On September 15, The Hill published an op-ed by Digital Liberty Executive Director James Erwin, refuting the argument that the Senate must rush to confirm flawed nominee Gigi Sohn to the Federal Communications Commission (FCC) because the FCC cannot function properly without all five commissioners. As the op-ed argues:
Such a claim would be utterly disingenuous; the FCC has operated with fewer than five commissioners for more than 25 percent of its existence. Nevertheless, it has had no trouble fulfilling its mission, and any fair examination of the FCC’s record since President Biden’s inauguration would demonstrate that the agency is perfectly capable of doing its job with four commissioners.
Erwin summarizes the controversies surrounding the Sohn nomination and how she has disqualified herself from serving on such a powerful and important governing body:
Sohn benefitted from copyright violations committed by a nonprofit on whose board she sat and was associated with organizations that harassed former FCC Chair Ajit Pai over net neutrality. Sohn testified that “policymakers have focused disproportionately on broadband deployment in rural areas of the United States,” despite the fact that the most underserved Americans live in rural areas.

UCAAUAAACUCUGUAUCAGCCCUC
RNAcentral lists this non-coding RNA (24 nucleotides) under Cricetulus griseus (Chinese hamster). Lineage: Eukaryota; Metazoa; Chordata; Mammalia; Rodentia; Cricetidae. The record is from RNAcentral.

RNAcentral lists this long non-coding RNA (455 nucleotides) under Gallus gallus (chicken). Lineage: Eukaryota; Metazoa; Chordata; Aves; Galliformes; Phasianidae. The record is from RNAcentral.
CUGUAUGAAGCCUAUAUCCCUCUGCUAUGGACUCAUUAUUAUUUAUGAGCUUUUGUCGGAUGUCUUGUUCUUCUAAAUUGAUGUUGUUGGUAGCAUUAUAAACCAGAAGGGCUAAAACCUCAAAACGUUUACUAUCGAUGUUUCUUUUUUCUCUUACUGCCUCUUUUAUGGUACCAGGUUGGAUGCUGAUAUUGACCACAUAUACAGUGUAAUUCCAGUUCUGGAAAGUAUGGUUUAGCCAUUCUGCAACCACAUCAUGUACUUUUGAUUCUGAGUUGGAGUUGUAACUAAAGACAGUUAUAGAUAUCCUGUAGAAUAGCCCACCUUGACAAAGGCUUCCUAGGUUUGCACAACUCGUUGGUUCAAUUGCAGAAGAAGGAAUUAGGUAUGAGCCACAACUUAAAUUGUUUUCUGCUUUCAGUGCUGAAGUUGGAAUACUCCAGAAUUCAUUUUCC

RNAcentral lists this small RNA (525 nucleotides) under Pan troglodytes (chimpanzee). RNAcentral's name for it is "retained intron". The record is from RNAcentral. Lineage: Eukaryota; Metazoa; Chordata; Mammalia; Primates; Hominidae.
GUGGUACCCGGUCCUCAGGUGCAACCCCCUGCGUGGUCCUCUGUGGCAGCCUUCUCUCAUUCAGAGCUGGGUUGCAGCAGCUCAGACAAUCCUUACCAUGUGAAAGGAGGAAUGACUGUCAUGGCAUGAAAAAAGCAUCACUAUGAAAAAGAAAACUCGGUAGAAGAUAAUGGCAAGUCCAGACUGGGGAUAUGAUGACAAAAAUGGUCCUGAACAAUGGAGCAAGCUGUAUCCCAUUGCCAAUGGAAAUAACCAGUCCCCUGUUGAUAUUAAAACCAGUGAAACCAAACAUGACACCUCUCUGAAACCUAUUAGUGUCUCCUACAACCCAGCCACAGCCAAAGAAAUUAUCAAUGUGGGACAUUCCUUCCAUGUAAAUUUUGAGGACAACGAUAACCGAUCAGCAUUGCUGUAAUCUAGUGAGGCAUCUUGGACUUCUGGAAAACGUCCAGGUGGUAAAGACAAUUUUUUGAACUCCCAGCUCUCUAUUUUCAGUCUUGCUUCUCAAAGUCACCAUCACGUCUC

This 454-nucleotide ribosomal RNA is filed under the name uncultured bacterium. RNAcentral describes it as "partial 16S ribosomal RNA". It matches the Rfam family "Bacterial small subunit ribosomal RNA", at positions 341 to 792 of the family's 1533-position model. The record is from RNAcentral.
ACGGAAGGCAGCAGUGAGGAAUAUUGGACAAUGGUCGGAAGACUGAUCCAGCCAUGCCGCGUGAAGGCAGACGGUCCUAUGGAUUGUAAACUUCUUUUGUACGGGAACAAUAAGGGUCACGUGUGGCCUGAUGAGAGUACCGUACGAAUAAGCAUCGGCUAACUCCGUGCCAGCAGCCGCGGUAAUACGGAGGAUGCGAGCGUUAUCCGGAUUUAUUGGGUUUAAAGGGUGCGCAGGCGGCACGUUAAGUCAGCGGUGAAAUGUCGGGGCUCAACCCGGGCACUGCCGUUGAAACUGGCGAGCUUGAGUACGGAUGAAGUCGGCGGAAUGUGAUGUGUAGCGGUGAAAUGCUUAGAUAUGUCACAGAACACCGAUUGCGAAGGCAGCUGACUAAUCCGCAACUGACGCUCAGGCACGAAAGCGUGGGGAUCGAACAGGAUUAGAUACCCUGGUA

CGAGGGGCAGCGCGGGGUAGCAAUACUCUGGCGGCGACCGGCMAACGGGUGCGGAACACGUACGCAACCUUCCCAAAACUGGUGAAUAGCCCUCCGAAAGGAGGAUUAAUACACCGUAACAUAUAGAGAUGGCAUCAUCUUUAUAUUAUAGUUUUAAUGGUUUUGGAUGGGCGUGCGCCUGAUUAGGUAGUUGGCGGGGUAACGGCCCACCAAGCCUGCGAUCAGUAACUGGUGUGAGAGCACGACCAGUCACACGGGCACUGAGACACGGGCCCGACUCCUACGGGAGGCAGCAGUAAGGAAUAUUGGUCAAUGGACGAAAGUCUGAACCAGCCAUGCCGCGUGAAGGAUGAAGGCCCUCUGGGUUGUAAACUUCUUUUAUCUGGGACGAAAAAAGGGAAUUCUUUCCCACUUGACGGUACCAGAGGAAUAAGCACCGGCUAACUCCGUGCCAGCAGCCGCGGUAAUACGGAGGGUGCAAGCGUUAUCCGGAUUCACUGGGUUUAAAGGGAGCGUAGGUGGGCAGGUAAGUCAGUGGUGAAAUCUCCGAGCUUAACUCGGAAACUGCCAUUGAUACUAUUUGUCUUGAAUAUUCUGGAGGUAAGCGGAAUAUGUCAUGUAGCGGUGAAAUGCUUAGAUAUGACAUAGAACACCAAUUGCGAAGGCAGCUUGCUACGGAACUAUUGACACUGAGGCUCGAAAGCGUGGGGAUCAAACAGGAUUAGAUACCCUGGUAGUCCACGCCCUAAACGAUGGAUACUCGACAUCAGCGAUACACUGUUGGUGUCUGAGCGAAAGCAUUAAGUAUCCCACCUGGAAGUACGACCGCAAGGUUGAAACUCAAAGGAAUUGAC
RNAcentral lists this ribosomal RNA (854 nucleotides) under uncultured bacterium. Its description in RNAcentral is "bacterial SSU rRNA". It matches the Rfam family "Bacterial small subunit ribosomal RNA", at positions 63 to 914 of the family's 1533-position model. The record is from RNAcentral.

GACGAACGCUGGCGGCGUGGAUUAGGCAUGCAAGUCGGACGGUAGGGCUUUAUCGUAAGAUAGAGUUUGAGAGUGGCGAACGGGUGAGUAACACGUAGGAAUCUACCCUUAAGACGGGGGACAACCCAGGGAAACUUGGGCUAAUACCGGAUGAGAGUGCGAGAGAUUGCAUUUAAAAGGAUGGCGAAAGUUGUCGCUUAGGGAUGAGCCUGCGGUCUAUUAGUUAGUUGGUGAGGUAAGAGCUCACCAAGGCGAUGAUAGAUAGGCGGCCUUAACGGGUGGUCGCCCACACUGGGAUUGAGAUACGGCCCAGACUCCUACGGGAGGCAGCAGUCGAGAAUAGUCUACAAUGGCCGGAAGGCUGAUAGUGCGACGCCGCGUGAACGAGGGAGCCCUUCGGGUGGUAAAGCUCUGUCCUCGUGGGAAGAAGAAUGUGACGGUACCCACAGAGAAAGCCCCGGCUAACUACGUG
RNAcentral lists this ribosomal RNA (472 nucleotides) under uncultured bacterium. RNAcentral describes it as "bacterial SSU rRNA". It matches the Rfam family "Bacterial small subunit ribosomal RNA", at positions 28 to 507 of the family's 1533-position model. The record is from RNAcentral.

The article goes on to document several areas of bipartisan agreement where the evenly-split FCC has had no trouble across party lines to achieve results. These include administering spectrum auctions, updating broadband coverage maps, and reforming permitting and pole attachment regulations. Given the high degree of bipartisan cooperation, there is no immediate need to confirm a fifth commissioner:
Despite lacking a fifth commissioner, the current FCC has proven entirely capable of delivering on numerous bipartisan priorities that will improve connectivity, spur innovation and ensure taxpayer resources are being efficiently spent. Sohn’s radical record is disqualifying on the merits, but no Democrat can say with a straight face that the Biden FCC has been hampered by the 2-2 partisan split.
Erwin concludes that Biden should find a less-radical nominee to replace Sohn if he truly thinks confirming a fifth commissioner is a national priority. Click here to read the full op-ed.